Importin alpha binding and nuclear localization of PARP-2 is dependent on lysine 36, which is located within a predicted classical NLS
- Equal contributors
1 Institute of Veterinary Biochemistry and Molecular Biology, University of Zurich, Winterthurerstrasse 190, 8057 Zurich, Switzerland
2 European Molecular Biology Laboratory (EMBL), Gene Expression Unit, Meyerhofstrasse 1, 69117 Heidelberg, Germany
3 Institute of Biochemistry, University of Innsbruck, Peter-Mayr-Strasse 1a, 6020 Innsbruck, Austria
Citation and License
BMC Cell Biology 2008, 9:39 doi:10.1186/1471-2121-9-39Published: 21 July 2008
The enzymes responsible for the synthesis of poly-ADP-ribose are named poly-ADP-ribose polymerases (PARP). PARP-2 is a nuclear protein, which regulates a variety of cellular functions that are mainly controlled by protein-protein interactions. A previously described non-conventional bipartite nuclear localization sequence (NLS) lies in the amino-terminal DNA binding domain of PARP-2 between amino acids 1–69; however, this targeting sequence has not been experimentally examined or validated.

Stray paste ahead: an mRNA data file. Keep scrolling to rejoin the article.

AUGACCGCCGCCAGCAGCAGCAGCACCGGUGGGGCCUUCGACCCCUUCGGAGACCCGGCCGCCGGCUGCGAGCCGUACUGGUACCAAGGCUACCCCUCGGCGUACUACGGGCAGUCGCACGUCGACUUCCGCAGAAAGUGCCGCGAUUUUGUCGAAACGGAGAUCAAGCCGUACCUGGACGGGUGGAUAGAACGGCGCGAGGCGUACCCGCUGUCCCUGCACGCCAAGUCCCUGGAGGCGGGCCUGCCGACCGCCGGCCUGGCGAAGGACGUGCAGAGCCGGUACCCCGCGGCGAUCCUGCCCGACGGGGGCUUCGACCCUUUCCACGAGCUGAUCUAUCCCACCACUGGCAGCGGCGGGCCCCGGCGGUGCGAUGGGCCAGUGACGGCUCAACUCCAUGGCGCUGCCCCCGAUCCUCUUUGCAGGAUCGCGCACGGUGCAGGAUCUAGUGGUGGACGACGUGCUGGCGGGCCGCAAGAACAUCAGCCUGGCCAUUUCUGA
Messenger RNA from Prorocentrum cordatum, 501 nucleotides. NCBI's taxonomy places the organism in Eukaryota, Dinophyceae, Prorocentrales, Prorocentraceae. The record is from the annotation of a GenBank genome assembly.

Using a site-directed mutagenesis approach, we found that lysines 19 and 20, located within a previously described bipartite NLS, are not required for nuclear localization of PARP-2. In contrast, lysine 36, which is located within a predicted classical monopartite NLS, was required for PARP-2 nuclear localization. While wild type PARP-2 interacted with importin α3 and to a very weak extent with importin α1 and importin α5, the mutant PARP-2 (K36R) did not interact with importin α3, providing a molecular explanation why PARP-2 (K36R) is not targeted to the nucleus.
Our results provide strong evidence that lysine 36 of PARP-2 is a critical residue for proper nuclear targeting of PARP-2 and consequently for the execution of its biological functions.